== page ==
It used to be that women got Pap smears every year. In 2009, that changed to every two years for women under the age of 30 and every three years for women over 30.
The Task Force released a draft recommendation in October 2011 which changed the ages screening should begin and the intervals.
Since the draft recommendation, new evidence regarding HPV testing along with Pap smears has come to light.
After reviewing the evidence, the USPSTF now recommends that women between the ages of 30 and 65 have HPV screening along with Pap smears. If both tests are normal, then the interval between Paps can be extended to five years.
HPV screening isn't recommended for women under the age of 30 because the infection is common in women in their 20s and often resolves itself.
The Center for Disease Control and Prevention (CDC) concurs with these recommendations.
All groups say that these guidelines should not mean that women skip their annual well woman check-ups.
Dr. Romero adds, "The guidelines do not apply to women who have a history of HIV, are immunocompromised or have a history of pre-cancerous changes of the cervix," she says.
"Also, if you are less than 30 years old, you should not space your Pap smears out to every 5 years.
The new guidelines also say physician should consider screening women over the age of 65 who have never had a Pap smear.
Summary of new USPSTF guidelines
Here's a quick overview of the latest recommendations:
- If you're 21-65, have a Pap smear every three years.
- Between ages 30-65, have a HPV test and Pap smear; if HPV test is negative and Pap smear is normal, wait 5 years for next screenings.
- If HPV test is negative and Pap smear is normal, wait 5 years for next screenings.
- If you're under the age of 21, don't have a Pap smear, regardless of your sexual history.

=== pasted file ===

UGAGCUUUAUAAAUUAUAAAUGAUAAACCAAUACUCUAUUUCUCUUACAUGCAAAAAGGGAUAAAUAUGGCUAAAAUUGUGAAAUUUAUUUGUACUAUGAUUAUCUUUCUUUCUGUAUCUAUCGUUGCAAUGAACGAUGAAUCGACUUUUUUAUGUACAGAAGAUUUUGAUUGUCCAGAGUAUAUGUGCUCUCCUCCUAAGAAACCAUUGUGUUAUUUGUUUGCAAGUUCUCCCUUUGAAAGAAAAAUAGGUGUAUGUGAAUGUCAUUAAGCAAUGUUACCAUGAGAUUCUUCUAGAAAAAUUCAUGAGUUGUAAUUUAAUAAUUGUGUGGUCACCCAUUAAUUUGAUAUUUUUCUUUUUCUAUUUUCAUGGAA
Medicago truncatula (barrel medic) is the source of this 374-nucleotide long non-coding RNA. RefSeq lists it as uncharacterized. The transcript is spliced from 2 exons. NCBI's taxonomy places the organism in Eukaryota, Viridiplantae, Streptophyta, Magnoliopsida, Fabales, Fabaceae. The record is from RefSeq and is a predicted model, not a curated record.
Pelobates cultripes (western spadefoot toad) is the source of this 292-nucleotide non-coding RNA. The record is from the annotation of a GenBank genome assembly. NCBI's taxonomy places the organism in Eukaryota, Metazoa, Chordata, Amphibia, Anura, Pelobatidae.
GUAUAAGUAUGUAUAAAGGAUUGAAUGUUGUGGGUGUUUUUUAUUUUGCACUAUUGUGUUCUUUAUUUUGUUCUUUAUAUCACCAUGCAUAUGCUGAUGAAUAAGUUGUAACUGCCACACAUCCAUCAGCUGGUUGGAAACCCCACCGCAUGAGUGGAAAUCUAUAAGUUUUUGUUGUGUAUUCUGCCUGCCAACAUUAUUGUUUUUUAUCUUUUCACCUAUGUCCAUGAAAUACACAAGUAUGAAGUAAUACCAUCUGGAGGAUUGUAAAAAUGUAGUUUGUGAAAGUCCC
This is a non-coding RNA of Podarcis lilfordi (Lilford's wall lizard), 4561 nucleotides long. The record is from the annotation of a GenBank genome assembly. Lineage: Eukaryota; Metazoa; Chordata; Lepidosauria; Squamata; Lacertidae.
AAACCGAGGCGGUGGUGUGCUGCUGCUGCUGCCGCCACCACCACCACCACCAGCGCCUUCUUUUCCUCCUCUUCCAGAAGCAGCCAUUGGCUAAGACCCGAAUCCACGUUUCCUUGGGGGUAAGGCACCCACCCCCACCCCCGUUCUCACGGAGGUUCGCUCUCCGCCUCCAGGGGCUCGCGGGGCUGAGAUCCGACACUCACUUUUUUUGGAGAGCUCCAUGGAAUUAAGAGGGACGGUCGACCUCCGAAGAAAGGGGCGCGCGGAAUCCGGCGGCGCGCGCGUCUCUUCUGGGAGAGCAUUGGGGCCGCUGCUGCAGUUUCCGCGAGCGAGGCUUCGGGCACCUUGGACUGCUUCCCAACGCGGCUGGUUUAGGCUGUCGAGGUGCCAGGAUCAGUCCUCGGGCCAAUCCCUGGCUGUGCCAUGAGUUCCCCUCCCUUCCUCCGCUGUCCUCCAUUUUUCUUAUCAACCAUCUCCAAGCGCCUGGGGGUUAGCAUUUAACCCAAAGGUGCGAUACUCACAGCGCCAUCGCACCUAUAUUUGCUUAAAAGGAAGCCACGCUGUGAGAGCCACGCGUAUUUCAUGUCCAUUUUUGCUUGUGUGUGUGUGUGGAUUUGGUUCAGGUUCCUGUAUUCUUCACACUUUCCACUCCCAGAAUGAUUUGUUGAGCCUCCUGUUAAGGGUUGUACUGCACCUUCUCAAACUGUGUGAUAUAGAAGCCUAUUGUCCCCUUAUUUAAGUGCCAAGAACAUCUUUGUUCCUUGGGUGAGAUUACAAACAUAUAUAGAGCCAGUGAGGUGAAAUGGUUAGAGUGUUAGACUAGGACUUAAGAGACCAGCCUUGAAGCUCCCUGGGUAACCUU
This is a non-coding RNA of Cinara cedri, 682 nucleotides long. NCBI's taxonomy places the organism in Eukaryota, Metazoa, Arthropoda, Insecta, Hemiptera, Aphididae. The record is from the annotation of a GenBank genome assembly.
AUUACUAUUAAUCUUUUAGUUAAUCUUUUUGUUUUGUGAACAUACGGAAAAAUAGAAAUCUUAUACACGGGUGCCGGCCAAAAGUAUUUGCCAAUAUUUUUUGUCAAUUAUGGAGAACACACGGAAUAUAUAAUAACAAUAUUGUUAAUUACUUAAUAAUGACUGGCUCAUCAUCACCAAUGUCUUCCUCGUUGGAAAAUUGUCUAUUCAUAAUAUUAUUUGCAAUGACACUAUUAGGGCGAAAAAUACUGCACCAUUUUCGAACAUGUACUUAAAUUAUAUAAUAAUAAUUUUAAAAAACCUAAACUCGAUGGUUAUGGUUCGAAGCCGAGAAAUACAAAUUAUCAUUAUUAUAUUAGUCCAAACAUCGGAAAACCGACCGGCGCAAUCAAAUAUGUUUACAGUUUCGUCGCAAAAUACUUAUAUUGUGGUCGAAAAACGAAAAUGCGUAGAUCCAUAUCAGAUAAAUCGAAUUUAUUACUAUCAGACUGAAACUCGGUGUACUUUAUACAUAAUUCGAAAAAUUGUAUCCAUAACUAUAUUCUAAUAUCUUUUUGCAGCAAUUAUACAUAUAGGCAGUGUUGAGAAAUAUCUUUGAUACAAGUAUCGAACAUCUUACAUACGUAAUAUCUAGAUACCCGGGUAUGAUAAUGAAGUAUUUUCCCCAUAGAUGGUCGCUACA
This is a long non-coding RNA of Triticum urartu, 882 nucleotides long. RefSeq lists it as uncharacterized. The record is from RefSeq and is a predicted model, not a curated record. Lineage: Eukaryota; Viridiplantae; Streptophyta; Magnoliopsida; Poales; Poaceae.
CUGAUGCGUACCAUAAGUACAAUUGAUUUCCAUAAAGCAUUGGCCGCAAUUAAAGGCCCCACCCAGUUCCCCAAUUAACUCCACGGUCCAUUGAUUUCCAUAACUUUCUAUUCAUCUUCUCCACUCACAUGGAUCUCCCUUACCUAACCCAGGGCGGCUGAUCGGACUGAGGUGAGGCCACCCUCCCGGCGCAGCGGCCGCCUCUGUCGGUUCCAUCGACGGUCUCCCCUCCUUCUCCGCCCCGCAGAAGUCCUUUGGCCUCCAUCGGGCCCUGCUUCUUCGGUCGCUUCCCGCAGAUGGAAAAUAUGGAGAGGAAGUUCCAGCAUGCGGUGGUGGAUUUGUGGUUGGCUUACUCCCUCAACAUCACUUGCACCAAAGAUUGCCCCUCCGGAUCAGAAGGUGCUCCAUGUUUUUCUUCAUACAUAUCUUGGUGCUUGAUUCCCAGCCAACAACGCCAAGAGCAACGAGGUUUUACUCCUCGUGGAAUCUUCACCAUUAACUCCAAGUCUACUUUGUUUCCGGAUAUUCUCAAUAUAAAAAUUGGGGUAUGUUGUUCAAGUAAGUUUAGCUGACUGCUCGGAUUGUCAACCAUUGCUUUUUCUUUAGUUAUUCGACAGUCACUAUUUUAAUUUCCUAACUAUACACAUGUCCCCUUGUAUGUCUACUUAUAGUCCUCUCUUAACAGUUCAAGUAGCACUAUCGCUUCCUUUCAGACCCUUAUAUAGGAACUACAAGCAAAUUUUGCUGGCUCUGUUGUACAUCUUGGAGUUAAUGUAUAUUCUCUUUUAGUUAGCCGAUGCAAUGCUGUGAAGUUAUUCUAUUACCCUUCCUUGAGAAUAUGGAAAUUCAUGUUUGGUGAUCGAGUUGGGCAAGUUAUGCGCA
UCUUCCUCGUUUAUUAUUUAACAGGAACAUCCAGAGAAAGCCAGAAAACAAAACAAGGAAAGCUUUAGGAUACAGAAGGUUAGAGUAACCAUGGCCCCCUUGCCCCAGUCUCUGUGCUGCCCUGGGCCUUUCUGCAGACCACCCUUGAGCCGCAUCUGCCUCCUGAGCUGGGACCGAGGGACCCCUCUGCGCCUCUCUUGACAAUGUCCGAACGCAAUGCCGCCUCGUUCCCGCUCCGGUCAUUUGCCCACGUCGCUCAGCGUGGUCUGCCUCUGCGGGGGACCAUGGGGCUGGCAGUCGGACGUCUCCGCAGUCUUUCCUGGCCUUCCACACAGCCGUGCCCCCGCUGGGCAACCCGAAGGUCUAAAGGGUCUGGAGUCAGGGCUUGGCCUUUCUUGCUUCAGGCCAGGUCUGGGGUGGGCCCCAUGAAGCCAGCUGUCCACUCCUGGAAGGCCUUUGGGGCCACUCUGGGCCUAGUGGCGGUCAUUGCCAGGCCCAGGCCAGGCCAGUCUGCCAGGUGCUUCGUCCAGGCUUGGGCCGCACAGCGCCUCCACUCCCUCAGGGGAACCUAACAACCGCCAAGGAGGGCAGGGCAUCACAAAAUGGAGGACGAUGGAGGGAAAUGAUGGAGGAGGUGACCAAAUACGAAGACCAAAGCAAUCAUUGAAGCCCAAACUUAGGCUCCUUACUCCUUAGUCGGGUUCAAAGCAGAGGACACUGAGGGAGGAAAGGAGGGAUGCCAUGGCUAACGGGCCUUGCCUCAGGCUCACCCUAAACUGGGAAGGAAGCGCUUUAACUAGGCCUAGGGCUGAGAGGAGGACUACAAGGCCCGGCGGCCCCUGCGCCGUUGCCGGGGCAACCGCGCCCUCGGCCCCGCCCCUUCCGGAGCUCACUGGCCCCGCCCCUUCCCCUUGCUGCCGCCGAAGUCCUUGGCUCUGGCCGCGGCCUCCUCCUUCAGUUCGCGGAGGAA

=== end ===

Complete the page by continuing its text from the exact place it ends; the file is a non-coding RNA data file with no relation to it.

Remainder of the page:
- If you're over the age of 65 and have had normal Paps, you don't need to be screened.*
- If you've had a hysterectomy, you don't need to be screened.*
- These guidelines don't apply to women with HIV, have an immune system disorder or have had precancerous lesions.
*This assumes no personal or family history of precancerous lesions or cervical cancer.
"The important part is that this is all an oversimplification," Dr. Romero says. "Screening at 1 year, 3 years or 5 years will depend on the individual patient’s age, risk factors, Pap smear history and patient preference."
Don't skip your annual well women exams
Even though you're not having an annual Pap smear, you still need to have an annual check-up.
"It is important to remember that when you visit the gynecologist s/he is doing much more than just screening for cervical cancer," Dr. Romero says.
"The annual exam includes an evaluation of breasts, uterus, ovaries and discussion of other gynecologic issues such as contraception.
"Therefore, you should still see the gynecologist every year even if you are not having a Pap smear," she urges.
Partner with your doctor
Because of all the confusion around this topic, Dr. Romero offers a simple solution:
"The best approach to cervical cancer screening is to discuss your individual situation with your gynecologist and develop a screening plan together."